One of the things I find distasteful about writing for print media is the process of submitting my work. Once a piece is submitted, there are four possible outcomes. Frequently, an almost instanteous rejection occurs, raising doubt as to whether anyone actually read the piece. Second (rarely), the piece may be accepted after a reasonable period of evaluation. Third, the piece may be rejected after a reasonable period of evaluation. Finally, the piece may languish in limbo for a prolonged period of time without an editorial decision either way. The following falls into that category. I submitted it in March of 2008, over a year ago, to a periodical which states that a decision can be expected in four to six weeks! Despite additional queries to the editor, the article remains in queue, presumably unread. I present it here in the hopes that at least a couple of people may take the time to read it.
Gentle readers, this article contains 3 footnotes. It would please me greatly if you would click on the superscript numerals which link to the notes at the bottom of the article. At the end of each note is an upward-pointing arrow which will bring you back to the point in the article from whence you left. You can't imagine how long it took me to figure out how to do that in html code.
Wilhelm Conrad Roentgen with Radiograph of His Wife's Hand
In 1895, the German physicist Wilhelm Conrad Roentgen (or Röntgen, for you Teutonic purists1) discovered a type of radiation, which he called the X-ray, that could pass through solid objects. Shortly after his discovery, Roentgen used the mysterious ray to produce a picture (radiograph) of the bones of his wife's hand, which he could show around at scientific symposia, and possibly at cocktail parties. But might not someone outside Herr Professor Roentgen's circle of friends and acquaintances want to know what Frau Roentgen's phalanges looked like? Yes! And thus arose the need for someone who could look at the radiograph and dictate what we now know as a radiology report: “The bones are normal. There are no fractures. Mrs. Roentgen was unable to remove her ring due to consuming too much marzipan since her wedding.” And so forth. OK, it wasn't really as simple as all that, but eventually a group of physicians made it their business to produce and interpret radiographic images, or, as a patient once so delicately described it to me, to “look at people's guts all day.” In the early days, the specialty of diagnostic radiology depended solely on X-rays to produce medical images. Today, in addition to X-rays, images may be produced by sound waves (sonograms), radio waves in a strong magnetic field (magnetic resonance, or MR, scans), or minute amounts of radioactive material injected into the patient (nuclear medicine, known to some of its detractors by the anagrammic unclear medicine). In recent decades, medical imaging has been improved by rotating the X-ray tube around the patient, resulting in computerized axial tomography (CAT) scans. Even more recently, a new type of nuclear medicine scan, positron emission tomography, has become widely used, and nowadays is combined with the CAT scan to provide more precise diagnostic information. Thankfully, the more succinct “CT” replaces “CAT” in the name of the hybrid scan. Otherwise, we would be saddled with the PET/CAT scan instead of the PET/CT, and would have to suffer endless jokes about giving the family feline the once-over.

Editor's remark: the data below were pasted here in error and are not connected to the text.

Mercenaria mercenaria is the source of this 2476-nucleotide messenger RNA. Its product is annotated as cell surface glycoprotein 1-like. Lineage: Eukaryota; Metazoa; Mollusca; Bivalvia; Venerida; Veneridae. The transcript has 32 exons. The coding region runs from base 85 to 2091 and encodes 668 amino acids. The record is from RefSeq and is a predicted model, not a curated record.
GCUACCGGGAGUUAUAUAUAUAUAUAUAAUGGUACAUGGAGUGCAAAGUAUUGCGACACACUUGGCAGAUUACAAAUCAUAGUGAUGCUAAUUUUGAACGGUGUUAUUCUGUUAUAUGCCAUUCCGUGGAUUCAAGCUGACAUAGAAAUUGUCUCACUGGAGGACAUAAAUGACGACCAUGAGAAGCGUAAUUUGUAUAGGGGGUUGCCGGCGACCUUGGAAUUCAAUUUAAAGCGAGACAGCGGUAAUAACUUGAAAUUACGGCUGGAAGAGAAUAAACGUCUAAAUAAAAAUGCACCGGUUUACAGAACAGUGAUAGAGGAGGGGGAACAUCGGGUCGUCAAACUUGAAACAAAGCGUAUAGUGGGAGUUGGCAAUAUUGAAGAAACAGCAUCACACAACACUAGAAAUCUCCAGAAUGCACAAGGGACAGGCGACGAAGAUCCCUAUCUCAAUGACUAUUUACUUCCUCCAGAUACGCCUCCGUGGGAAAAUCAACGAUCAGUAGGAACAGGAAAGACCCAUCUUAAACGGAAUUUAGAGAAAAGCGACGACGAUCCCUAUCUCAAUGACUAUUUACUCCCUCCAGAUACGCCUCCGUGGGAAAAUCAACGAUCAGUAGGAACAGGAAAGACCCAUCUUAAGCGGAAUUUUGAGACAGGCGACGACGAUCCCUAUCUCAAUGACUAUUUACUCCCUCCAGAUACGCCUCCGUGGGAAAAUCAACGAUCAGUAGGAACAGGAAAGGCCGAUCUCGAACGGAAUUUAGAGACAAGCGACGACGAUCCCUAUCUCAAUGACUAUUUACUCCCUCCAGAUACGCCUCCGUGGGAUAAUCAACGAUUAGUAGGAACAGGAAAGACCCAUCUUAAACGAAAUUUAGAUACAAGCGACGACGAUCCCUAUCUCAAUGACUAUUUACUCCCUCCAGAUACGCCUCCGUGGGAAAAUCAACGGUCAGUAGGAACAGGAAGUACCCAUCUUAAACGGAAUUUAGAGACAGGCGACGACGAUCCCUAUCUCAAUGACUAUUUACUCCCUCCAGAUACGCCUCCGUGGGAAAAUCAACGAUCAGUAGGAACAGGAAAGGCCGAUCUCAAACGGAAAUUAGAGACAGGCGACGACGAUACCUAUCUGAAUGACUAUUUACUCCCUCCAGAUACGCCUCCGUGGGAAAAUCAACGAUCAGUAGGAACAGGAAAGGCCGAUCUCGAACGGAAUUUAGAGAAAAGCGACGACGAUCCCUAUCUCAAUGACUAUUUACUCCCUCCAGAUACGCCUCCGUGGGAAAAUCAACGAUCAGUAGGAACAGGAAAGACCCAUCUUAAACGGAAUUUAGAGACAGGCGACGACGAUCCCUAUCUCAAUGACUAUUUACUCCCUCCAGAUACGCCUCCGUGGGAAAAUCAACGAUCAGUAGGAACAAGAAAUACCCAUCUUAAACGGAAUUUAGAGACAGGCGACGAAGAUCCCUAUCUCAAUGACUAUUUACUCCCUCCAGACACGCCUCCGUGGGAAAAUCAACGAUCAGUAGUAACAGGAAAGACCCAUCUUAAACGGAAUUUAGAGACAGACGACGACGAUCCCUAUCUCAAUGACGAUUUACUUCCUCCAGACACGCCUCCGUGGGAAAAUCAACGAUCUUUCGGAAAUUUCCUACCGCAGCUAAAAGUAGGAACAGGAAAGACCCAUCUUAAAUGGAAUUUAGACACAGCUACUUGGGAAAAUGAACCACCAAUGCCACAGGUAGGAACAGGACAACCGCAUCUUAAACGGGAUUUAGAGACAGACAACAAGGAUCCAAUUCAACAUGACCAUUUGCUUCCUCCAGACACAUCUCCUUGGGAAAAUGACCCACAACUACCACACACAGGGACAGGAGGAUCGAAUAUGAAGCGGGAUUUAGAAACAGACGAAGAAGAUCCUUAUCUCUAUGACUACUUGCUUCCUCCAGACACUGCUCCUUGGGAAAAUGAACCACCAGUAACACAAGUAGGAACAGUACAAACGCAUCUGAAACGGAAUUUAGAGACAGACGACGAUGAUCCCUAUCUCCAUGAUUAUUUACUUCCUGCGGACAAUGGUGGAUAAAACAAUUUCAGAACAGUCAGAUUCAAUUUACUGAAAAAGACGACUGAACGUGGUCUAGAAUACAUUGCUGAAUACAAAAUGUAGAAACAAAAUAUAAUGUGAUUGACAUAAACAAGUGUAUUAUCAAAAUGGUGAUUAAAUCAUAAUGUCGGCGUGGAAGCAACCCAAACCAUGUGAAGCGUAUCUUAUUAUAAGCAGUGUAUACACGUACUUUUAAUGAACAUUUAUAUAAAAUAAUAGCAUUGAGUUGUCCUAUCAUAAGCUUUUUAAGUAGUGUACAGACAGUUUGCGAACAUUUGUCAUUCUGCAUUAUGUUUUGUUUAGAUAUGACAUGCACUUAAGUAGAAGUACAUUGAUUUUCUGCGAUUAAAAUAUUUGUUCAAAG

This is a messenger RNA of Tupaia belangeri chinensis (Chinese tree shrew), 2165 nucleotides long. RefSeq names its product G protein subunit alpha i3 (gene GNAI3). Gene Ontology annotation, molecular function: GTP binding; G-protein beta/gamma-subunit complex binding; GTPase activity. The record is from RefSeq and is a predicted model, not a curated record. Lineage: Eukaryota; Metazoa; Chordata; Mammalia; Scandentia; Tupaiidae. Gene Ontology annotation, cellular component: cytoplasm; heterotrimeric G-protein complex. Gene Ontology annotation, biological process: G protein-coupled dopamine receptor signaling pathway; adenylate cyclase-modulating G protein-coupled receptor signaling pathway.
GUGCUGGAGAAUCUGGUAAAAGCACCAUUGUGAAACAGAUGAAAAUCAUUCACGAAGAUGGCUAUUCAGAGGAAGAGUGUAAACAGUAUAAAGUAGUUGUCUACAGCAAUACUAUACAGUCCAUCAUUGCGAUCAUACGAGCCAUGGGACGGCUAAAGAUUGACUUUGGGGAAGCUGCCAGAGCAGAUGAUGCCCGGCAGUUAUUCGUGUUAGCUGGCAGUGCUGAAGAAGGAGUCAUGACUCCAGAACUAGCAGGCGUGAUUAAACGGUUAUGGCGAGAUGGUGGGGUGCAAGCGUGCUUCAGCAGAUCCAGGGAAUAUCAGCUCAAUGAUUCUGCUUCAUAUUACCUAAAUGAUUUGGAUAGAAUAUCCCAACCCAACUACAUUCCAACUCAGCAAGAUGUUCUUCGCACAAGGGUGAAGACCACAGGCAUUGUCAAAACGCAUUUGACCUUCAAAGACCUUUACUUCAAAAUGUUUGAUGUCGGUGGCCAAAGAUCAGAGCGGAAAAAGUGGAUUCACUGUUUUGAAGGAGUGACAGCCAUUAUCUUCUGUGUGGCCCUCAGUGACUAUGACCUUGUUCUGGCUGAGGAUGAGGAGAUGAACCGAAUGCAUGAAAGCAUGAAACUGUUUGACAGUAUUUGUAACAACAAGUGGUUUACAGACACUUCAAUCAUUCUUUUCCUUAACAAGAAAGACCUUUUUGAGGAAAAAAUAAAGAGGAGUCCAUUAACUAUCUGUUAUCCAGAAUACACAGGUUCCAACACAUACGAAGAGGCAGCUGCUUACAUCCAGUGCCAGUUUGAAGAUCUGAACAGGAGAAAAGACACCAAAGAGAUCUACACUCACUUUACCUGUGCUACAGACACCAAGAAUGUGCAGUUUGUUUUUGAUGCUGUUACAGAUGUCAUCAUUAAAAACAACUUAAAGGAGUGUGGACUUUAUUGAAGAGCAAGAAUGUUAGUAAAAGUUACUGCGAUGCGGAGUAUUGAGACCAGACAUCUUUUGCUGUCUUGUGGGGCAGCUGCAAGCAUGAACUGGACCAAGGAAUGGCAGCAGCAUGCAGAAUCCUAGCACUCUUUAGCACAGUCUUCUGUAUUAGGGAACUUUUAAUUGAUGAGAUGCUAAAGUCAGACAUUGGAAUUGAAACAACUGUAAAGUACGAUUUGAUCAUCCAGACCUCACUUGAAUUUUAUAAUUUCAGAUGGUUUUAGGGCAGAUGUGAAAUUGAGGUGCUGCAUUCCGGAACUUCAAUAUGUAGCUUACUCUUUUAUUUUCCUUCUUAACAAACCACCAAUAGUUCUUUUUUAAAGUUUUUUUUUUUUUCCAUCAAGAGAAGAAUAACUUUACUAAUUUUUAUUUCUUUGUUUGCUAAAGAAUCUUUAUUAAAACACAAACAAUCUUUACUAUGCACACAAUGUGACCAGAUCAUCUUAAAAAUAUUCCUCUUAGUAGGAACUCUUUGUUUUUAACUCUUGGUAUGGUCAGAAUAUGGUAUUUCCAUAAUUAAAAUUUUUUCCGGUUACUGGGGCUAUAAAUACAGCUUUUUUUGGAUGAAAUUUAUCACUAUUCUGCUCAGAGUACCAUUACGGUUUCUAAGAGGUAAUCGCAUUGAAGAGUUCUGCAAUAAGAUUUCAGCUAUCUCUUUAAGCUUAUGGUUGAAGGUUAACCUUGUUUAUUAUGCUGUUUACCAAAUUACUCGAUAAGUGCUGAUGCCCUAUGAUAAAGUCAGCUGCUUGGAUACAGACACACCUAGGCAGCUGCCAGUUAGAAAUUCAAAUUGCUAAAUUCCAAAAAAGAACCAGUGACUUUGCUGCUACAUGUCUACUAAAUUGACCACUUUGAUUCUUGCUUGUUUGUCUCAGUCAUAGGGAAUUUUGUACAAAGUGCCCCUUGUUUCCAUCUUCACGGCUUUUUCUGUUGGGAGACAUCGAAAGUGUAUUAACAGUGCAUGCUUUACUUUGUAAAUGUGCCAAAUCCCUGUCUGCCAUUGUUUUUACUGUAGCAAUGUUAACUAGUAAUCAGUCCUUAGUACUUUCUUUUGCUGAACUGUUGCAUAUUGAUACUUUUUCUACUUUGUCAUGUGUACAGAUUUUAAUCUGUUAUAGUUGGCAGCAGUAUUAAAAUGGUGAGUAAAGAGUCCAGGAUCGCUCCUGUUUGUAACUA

We enjoy the advantages of these new technologies today, but the early history of radiology was all about the X-ray, also called the Roentgen ray, in honor of the discoverer. To this day, one of the major professional associations for diagnostic radiology is The American Roentgen Ray Society, and their publication is The American Journal of Roentgenology, more commonly known as the AJR, or the Yellow Journal, not because of scandal-mongering editorial policies, but because of the color of the cover.
Like some early photographs, radiographs in the early twentieth century were recorded on glass plates coated with an emulsion. During World War I, if a medical officer wanted to locate a bullet in a doughboy's belly, he might have ordered a radiograph of the abdomen. The patient lay down under the X-ray tube with the emulsion-coated glass plate behind him. Today, even though radiographs are likely to be stored on a hard drive in digital format, the phrase "flat plate of the abdomen" refuses to die, and occasionally shows up in physicians' orders. Radiographs did not evolve directly from glass plates to digital images. A long intermediate step occurred when radiographs were produced on flexible films, like the ones seen hanging upside down in today's televised medical dramas. Before automated processors were invented, these films were dipped by hand into the developing solution and had to be hung up to dry. If the physician requesting the X-ray wanted to know the results immediately, the radiologist was asked to do a "wet read", or interpret the film before it had hung on the line long enough to dry. Even though it's been decades since films were hand processed, requests for wet reads still occur. More common terms today are STAT read or phone report.